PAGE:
// until Enter is pressed.
      // This is because the 'type' field is a dropdown
      // where one of a specific set of inputs must be clicked.
      if (field === "type") {
        await page.keyboard.press("Enter");
      }
    }
  }
}

The first thing to notice is that the code is messy and full of weird exceptions. To make matters worse, it doesn't always work.

Brace Yourself for Flaky Behavior

Working with Puppeteer was an exercise in guesswork. Given the same inputs, Puppeteer did not always produce the same outputs1. This flaky behavior made the project unnecessarily challenging and required me to do additional engineering to increase reliability, which was frustrating considering the alternative.

Puppeteer Was Completely Unnecessary

Puppeteer has a API that allows you to execute arbitrary code against the DOM. After scraping form results with this API and getting the same flaky behavior described above, I ditched the approach and started grabbing data from the HTTP response objects themselves. Below is a primitive version of some code I wrote to do this.

waitForUrl(page, urlPrefix) {
  return new Promise(resolve => {
    page.on("response", res => {
      if (!res.url.startsWith(urlPrefix)) {
        return;
      }
      resolve(res.json());
    };
  });
}

The page passed into this function is the same page object created above by the Puppeteer API. Among other things, it is an event emitter that allows me to listen for any HTTP responses. I've essentially created a promise that resolves to the response body of a particular ajax request. This allowed me interact with the server API directly and removed the DOM from the data retrieval process, greatly reducing the chance for flaky behavior. But that begs the question, why use Puppeteer at all? Why not simply send http requests to the server API manually and ditch the complicated form submission code above That's how I should have started all along.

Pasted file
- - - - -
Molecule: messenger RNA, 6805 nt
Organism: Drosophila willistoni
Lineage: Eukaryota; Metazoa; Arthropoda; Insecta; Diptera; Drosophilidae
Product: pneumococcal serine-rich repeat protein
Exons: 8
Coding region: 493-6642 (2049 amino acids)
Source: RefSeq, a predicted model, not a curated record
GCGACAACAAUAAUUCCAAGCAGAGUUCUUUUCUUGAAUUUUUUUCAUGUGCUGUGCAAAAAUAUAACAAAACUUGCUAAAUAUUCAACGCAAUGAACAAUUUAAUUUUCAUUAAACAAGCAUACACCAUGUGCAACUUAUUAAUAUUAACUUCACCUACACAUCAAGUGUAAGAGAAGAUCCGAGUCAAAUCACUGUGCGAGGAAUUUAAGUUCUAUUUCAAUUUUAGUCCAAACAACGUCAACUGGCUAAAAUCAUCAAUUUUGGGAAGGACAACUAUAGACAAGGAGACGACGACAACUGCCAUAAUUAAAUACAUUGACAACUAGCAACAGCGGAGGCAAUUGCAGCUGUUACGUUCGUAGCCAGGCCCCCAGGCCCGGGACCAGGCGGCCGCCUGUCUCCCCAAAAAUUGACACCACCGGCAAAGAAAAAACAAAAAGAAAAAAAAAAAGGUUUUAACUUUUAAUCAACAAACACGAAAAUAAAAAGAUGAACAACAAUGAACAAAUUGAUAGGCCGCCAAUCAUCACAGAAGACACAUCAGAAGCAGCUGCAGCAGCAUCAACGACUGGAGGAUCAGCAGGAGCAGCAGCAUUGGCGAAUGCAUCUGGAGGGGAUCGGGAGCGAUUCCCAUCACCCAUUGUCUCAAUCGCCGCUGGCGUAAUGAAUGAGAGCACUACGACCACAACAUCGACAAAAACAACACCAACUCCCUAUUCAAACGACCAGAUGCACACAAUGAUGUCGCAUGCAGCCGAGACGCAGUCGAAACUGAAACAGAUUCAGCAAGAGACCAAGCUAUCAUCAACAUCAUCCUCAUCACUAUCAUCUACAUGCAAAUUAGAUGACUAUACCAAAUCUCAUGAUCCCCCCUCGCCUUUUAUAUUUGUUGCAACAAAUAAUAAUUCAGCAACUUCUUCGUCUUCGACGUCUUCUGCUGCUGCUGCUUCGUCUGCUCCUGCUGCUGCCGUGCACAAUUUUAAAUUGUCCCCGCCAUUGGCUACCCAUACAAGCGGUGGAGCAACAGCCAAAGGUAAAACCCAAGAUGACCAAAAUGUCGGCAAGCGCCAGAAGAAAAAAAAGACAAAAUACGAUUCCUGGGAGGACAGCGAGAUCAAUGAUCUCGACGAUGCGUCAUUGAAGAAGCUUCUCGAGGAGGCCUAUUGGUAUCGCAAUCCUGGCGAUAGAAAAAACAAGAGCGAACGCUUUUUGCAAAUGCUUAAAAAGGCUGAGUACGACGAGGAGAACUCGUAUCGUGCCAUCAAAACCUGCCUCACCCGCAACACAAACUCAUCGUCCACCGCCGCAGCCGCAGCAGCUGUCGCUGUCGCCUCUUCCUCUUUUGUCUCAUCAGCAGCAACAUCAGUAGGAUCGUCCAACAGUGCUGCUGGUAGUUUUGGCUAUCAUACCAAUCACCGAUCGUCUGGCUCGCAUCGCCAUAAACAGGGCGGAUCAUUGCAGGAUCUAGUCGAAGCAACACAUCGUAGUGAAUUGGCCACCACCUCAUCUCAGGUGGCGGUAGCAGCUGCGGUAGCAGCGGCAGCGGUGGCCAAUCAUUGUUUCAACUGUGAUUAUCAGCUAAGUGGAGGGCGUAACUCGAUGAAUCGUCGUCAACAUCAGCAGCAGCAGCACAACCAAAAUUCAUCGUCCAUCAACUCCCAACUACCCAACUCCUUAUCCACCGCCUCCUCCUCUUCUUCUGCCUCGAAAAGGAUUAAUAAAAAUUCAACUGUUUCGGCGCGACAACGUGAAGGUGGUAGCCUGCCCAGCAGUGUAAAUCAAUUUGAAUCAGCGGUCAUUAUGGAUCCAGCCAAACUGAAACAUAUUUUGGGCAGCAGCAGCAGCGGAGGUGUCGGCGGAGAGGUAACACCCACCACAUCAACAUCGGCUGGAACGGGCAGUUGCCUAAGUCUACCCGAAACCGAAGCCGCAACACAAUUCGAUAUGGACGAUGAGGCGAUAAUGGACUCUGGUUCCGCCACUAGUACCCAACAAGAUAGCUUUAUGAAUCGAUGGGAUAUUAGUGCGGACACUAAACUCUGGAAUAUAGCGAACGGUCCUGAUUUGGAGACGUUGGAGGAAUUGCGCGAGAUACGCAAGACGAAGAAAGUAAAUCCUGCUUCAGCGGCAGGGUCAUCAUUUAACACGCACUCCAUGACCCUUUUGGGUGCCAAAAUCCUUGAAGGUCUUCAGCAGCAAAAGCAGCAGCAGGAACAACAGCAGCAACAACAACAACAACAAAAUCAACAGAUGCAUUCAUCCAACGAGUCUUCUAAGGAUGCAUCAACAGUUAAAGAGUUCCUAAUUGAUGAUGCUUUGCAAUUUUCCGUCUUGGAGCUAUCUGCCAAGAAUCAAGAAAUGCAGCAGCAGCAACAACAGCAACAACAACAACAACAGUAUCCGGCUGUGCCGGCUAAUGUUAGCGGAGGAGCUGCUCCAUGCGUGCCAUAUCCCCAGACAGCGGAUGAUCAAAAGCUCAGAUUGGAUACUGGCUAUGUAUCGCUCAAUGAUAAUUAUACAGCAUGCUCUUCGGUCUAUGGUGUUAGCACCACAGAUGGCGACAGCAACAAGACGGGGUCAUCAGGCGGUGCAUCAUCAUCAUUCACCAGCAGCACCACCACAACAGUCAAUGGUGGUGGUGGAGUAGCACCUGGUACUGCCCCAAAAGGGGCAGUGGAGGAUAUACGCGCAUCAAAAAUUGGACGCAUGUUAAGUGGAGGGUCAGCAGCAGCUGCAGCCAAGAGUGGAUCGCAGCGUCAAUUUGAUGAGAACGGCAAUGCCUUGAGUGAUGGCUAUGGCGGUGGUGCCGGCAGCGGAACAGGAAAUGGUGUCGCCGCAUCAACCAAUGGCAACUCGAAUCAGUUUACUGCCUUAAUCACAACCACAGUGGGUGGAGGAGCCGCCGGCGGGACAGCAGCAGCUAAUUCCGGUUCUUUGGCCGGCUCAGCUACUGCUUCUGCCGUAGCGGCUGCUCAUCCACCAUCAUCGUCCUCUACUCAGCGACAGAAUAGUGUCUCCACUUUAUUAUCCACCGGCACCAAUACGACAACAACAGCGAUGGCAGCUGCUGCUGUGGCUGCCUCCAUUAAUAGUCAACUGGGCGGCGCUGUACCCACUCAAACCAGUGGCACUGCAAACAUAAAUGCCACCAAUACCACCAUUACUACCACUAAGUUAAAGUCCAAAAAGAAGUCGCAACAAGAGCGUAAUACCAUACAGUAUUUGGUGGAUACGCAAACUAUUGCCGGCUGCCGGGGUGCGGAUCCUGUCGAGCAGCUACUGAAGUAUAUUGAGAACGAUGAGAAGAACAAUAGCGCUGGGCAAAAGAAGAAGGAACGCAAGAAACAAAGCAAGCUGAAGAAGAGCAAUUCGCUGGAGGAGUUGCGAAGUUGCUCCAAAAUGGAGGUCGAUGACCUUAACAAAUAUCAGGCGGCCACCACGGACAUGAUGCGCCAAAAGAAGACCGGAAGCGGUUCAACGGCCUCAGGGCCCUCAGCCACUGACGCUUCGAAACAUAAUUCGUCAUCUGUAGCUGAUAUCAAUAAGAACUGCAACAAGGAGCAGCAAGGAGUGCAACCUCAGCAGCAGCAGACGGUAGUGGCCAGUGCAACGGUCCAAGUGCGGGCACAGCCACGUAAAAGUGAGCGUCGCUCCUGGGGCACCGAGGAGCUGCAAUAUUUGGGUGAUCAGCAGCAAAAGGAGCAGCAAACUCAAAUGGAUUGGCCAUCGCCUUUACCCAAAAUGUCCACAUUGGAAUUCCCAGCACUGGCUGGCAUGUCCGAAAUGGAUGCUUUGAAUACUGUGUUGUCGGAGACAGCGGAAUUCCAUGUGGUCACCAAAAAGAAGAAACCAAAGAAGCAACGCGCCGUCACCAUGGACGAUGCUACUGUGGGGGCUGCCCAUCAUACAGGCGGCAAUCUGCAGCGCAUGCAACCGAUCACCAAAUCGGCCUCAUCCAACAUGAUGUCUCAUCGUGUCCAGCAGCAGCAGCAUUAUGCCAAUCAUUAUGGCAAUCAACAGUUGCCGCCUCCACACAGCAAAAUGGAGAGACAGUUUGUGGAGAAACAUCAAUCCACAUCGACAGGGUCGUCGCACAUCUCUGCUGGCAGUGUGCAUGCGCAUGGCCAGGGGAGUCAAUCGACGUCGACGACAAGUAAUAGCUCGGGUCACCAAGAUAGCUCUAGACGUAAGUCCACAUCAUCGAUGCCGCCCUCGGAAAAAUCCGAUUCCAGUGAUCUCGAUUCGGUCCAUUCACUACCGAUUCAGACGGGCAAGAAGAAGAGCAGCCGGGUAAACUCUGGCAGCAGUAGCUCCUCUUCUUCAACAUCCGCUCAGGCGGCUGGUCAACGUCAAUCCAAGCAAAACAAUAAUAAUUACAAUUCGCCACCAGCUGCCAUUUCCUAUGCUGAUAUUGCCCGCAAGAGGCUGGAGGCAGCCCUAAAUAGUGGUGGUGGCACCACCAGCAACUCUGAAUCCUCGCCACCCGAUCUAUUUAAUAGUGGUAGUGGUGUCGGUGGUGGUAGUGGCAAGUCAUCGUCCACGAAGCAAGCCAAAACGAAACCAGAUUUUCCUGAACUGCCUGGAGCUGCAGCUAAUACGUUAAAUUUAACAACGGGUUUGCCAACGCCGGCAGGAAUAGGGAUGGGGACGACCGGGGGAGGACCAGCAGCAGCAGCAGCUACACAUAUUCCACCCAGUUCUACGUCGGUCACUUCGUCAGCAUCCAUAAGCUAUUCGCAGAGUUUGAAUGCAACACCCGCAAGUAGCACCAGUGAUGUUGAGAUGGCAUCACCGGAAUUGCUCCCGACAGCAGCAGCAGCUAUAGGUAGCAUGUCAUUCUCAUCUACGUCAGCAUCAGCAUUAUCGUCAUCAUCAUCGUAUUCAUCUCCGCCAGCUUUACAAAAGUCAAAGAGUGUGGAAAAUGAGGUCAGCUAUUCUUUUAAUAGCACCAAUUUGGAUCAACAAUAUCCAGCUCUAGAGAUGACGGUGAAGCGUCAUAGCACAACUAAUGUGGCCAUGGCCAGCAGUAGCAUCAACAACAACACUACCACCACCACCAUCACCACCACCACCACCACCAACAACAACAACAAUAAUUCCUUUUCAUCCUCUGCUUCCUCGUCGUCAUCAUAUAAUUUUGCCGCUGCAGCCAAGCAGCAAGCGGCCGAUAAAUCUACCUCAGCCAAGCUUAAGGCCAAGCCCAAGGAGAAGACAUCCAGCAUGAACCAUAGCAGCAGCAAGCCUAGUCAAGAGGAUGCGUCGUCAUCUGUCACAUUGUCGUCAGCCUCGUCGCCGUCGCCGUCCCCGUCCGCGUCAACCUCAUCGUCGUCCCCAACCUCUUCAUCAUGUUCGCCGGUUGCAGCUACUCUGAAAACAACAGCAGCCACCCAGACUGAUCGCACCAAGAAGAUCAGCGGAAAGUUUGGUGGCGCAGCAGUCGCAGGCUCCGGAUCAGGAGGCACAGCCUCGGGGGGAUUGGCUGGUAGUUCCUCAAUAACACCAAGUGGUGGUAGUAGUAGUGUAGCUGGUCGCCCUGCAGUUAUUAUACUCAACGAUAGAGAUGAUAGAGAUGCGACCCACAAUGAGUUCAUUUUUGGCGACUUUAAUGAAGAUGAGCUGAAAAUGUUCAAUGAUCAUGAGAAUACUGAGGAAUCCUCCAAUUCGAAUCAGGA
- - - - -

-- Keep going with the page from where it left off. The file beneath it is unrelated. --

When is Puppeteer the Right Solution

I can only think of a single scenario where using Puppeteer for scraping is superior to the alternative: if the information you want is generated using a combination of API data and javascript code. After all, you would have no other way to simulate the javascript code without rewriting it.

If, however, all you need is data from the server, go the simple route and hit the API with an HTTP library like axios or request. If you are scraping a server side rendered application, you can combine one of the aforementioned tools with Cheerio, giving you a far more user friendly DOM manipulation API than that offered my Puppeteer.

If you need help with webscraping or puppeteer, I do consulting work and am currently looking for new clients. Please contact me for more details.

Footnotes

1: You might be curious why Puppeteer exhibited flaky behavior. One issue that I ran into was animations. I might attempt to click a DOM node, but if the animation had not finished, the click would not register. In essence, it would appear as if the click had worked, but once the animation finished, the DOM would reset itself, undoing my click. I think this is simply how Angular's digest loop reacted to a click at an unexpected time. Unfortunately, Puppeteer provides no functionality to determine when an animation has finished (after all, how would it!). I tried a couple solutions. One entailed a sleep function to wait a couple hundred milliseconds for the animation to finish, but it simply exacerbated the flaky behavior. A second involved executing the click only once the DOM node had a particular class that indicated the animation had finished. At one point, I even tried to disable all animations across the website. All these solutions were half-baked.